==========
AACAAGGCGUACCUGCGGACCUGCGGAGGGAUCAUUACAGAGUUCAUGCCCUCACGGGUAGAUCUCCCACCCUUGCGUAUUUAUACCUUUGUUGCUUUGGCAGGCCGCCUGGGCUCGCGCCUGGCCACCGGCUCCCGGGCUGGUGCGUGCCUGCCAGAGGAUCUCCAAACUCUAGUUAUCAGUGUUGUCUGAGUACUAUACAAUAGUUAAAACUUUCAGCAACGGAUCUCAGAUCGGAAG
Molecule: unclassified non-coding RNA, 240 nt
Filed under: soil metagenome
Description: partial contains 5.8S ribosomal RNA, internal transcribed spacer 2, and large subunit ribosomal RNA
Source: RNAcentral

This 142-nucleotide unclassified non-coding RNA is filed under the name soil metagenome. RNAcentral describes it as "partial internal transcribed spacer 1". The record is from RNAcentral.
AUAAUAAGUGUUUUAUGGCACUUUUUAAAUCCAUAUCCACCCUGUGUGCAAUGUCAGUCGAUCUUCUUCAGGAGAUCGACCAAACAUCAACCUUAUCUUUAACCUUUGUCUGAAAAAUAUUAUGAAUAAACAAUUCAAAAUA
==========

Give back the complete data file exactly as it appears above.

AACAAGGCGUACCUGCGGACCUGCGGAGGGAUCAUUACAGAGUUCAUGCCCUCACGGGUAGAUCUCCCACCCUUGCGUAUUUAUACCUUUGUUGCUUUGGCAGGCCGCCUGGGCUCGCGCCUGGCCACCGGCUCCCGGGCUGGUGCGUGCCUGCCAGAGGAUCUCCAAACUCUAGUUAUCAGUGUUGUCUGAGUACUAUACAAUAGUUAAAACUUUCAGCAACGGAUCUCAGAUCGGAAG
Molecule: unclassified non-coding RNA, 240 nt
Filed under: soil metagenome
Description: partial contains 5.8S ribosomal RNA, internal transcribed spacer 2, and large subunit ribosomal RNA
Source: RNAcentral

This 142-nucleotide unclassified non-coding RNA is filed under the name soil metagenome. RNAcentral describes it as "partial internal transcribed spacer 1". The record is from RNAcentral.
AUAAUAAGUGUUUUAUGGCACUUUUUAAAUCCAUAUCCACCCUGUGUGCAAUGUCAGUCGAUCUUCUUCAGGAGAUCGACCAAACAUCAACCUUAUCUUUAACCUUUGUCUGAAAAAUAUUAUGAAUAAACAAUUCAAAAUA